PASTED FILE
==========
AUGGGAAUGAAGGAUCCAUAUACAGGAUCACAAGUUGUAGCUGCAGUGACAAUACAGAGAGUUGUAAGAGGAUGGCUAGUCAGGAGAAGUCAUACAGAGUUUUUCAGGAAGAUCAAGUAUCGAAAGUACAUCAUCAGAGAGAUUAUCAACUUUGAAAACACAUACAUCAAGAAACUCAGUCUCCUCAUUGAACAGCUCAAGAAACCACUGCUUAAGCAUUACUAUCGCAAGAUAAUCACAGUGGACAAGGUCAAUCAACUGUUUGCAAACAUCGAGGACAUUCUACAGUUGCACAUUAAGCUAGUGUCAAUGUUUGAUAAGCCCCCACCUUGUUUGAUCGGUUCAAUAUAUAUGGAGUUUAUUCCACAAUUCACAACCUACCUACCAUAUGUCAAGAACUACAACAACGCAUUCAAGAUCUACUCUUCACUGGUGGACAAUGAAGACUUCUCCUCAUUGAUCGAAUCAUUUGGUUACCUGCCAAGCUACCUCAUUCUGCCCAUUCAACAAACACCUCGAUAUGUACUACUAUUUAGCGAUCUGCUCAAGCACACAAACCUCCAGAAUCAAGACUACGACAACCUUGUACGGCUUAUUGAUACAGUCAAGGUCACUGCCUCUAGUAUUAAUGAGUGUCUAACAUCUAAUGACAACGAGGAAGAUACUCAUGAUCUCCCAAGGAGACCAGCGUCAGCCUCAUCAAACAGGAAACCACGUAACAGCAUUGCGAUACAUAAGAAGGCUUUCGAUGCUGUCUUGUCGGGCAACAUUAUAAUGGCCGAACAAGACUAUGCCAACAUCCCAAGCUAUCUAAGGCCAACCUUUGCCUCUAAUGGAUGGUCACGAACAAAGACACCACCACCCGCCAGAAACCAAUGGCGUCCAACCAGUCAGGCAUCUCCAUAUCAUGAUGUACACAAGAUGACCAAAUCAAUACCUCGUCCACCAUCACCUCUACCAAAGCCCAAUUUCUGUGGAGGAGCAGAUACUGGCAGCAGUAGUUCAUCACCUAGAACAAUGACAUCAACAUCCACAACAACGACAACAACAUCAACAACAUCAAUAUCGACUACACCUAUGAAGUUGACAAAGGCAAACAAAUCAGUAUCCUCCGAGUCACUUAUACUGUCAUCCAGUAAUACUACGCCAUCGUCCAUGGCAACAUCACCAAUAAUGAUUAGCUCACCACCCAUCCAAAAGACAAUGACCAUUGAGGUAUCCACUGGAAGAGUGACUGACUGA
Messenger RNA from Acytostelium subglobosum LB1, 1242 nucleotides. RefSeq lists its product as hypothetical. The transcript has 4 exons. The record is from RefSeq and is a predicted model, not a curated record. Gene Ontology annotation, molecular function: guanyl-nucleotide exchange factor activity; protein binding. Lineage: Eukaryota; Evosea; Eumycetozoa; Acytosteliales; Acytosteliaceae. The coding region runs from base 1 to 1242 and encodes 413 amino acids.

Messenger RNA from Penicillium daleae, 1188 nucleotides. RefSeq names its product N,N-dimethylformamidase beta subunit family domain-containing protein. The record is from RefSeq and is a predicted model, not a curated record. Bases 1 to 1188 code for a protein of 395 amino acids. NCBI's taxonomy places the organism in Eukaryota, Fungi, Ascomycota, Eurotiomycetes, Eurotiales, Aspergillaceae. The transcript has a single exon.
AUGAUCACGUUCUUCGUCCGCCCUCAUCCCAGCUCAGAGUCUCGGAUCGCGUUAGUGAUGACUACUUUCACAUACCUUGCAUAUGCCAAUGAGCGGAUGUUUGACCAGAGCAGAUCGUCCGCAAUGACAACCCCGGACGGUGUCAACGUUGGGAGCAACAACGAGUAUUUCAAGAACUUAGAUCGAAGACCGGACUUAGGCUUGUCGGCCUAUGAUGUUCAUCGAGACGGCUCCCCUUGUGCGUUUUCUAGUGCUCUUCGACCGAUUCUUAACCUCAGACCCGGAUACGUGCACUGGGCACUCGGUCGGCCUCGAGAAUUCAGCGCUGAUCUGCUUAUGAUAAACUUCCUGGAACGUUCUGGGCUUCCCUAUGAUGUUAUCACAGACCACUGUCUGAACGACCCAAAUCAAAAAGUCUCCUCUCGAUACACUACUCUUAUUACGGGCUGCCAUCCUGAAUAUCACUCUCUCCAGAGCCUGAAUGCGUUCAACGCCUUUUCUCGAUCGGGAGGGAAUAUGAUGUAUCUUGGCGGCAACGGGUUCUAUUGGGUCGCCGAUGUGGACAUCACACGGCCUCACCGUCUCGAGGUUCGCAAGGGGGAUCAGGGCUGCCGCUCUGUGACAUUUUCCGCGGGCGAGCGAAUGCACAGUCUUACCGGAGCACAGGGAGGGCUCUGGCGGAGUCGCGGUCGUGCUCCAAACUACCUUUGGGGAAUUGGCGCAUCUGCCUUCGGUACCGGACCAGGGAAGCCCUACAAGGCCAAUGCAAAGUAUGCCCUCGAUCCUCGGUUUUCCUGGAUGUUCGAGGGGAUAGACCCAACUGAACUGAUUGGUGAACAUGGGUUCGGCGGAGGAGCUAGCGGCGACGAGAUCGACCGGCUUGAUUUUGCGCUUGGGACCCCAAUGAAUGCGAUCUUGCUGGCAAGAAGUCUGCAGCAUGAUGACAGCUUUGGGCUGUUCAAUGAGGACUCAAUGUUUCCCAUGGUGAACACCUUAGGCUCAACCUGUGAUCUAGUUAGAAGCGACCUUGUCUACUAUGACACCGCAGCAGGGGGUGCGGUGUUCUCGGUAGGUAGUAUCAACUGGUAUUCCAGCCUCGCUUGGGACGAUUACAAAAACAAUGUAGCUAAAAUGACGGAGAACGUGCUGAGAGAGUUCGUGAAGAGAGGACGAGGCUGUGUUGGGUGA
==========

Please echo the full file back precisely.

AUGGGAAUGAAGGAUCCAUAUACAGGAUCACAAGUUGUAGCUGCAGUGACAAUACAGAGAGUUGUAAGAGGAUGGCUAGUCAGGAGAAGUCAUACAGAGUUUUUCAGGAAGAUCAAGUAUCGAAAGUACAUCAUCAGAGAGAUUAUCAACUUUGAAAACACAUACAUCAAGAAACUCAGUCUCCUCAUUGAACAGCUCAAGAAACCACUGCUUAAGCAUUACUAUCGCAAGAUAAUCACAGUGGACAAGGUCAAUCAACUGUUUGCAAACAUCGAGGACAUUCUACAGUUGCACAUUAAGCUAGUGUCAAUGUUUGAUAAGCCCCCACCUUGUUUGAUCGGUUCAAUAUAUAUGGAGUUUAUUCCACAAUUCACAACCUACCUACCAUAUGUCAAGAACUACAACAACGCAUUCAAGAUCUACUCUUCACUGGUGGACAAUGAAGACUUCUCCUCAUUGAUCGAAUCAUUUGGUUACCUGCCAAGCUACCUCAUUCUGCCCAUUCAACAAACACCUCGAUAUGUACUACUAUUUAGCGAUCUGCUCAAGCACACAAACCUCCAGAAUCAAGACUACGACAACCUUGUACGGCUUAUUGAUACAGUCAAGGUCACUGCCUCUAGUAUUAAUGAGUGUCUAACAUCUAAUGACAACGAGGAAGAUACUCAUGAUCUCCCAAGGAGACCAGCGUCAGCCUCAUCAAACAGGAAACCACGUAACAGCAUUGCGAUACAUAAGAAGGCUUUCGAUGCUGUCUUGUCGGGCAACAUUAUAAUGGCCGAACAAGACUAUGCCAACAUCCCAAGCUAUCUAAGGCCAACCUUUGCCUCUAAUGGAUGGUCACGAACAAAGACACCACCACCCGCCAGAAACCAAUGGCGUCCAACCAGUCAGGCAUCUCCAUAUCAUGAUGUACACAAGAUGACCAAAUCAAUACCUCGUCCACCAUCACCUCUACCAAAGCCCAAUUUCUGUGGAGGAGCAGAUACUGGCAGCAGUAGUUCAUCACCUAGAACAAUGACAUCAACAUCCACAACAACGACAACAACAUCAACAACAUCAAUAUCGACUACACCUAUGAAGUUGACAAAGGCAAACAAAUCAGUAUCCUCCGAGUCACUUAUACUGUCAUCCAGUAAUACUACGCCAUCGUCCAUGGCAACAUCACCAAUAAUGAUUAGCUCACCACCCAUCCAAAAGACAAUGACCAUUGAGGUAUCCACUGGAAGAGUGACUGACUGA
Messenger RNA from Acytostelium subglobosum LB1, 1242 nucleotides. RefSeq lists its product as hypothetical. The transcript has 4 exons. The record is from RefSeq and is a predicted model, not a curated record. Gene Ontology annotation, molecular function: guanyl-nucleotide exchange factor activity; protein binding. Lineage: Eukaryota; Evosea; Eumycetozoa; Acytosteliales; Acytosteliaceae. The coding region runs from base 1 to 1242 and encodes 413 amino acids.

Messenger RNA from Penicillium daleae, 1188 nucleotides. RefSeq names its product N,N-dimethylformamidase beta subunit family domain-containing protein. The record is from RefSeq and is a predicted model, not a curated record. Bases 1 to 1188 code for a protein of 395 amino acids. NCBI's taxonomy places the organism in Eukaryota, Fungi, Ascomycota, Eurotiomycetes, Eurotiales, Aspergillaceae. The transcript has a single exon.
AUGAUCACGUUCUUCGUCCGCCCUCAUCCCAGCUCAGAGUCUCGGAUCGCGUUAGUGAUGACUACUUUCACAUACCUUGCAUAUGCCAAUGAGCGGAUGUUUGACCAGAGCAGAUCGUCCGCAAUGACAACCCCGGACGGUGUCAACGUUGGGAGCAACAACGAGUAUUUCAAGAACUUAGAUCGAAGACCGGACUUAGGCUUGUCGGCCUAUGAUGUUCAUCGAGACGGCUCCCCUUGUGCGUUUUCUAGUGCUCUUCGACCGAUUCUUAACCUCAGACCCGGAUACGUGCACUGGGCACUCGGUCGGCCUCGAGAAUUCAGCGCUGAUCUGCUUAUGAUAAACUUCCUGGAACGUUCUGGGCUUCCCUAUGAUGUUAUCACAGACCACUGUCUGAACGACCCAAAUCAAAAAGUCUCCUCUCGAUACACUACUCUUAUUACGGGCUGCCAUCCUGAAUAUCACUCUCUCCAGAGCCUGAAUGCGUUCAACGCCUUUUCUCGAUCGGGAGGGAAUAUGAUGUAUCUUGGCGGCAACGGGUUCUAUUGGGUCGCCGAUGUGGACAUCACACGGCCUCACCGUCUCGAGGUUCGCAAGGGGGAUCAGGGCUGCCGCUCUGUGACAUUUUCCGCGGGCGAGCGAAUGCACAGUCUUACCGGAGCACAGGGAGGGCUCUGGCGGAGUCGCGGUCGUGCUCCAAACUACCUUUGGGGAAUUGGCGCAUCUGCCUUCGGUACCGGACCAGGGAAGCCCUACAAGGCCAAUGCAAAGUAUGCCCUCGAUCCUCGGUUUUCCUGGAUGUUCGAGGGGAUAGACCCAACUGAACUGAUUGGUGAACAUGGGUUCGGCGGAGGAGCUAGCGGCGACGAGAUCGACCGGCUUGAUUUUGCGCUUGGGACCCCAAUGAAUGCGAUCUUGCUGGCAAGAAGUCUGCAGCAUGAUGACAGCUUUGGGCUGUUCAAUGAGGACUCAAUGUUUCCCAUGGUGAACACCUUAGGCUCAACCUGUGAUCUAGUUAGAAGCGACCUUGUCUACUAUGACACCGCAGCAGGGGGUGCGGUGUUCUCGGUAGGUAGUAUCAACUGGUAUUCCAGCCUCGCUUGGGACGAUUACAAAAACAAUGUAGCUAAAAUGACGGAGAACGUGCUGAGAGAGUUCGUGAAGAGAGGACGAGGCUGUGUUGGGUGA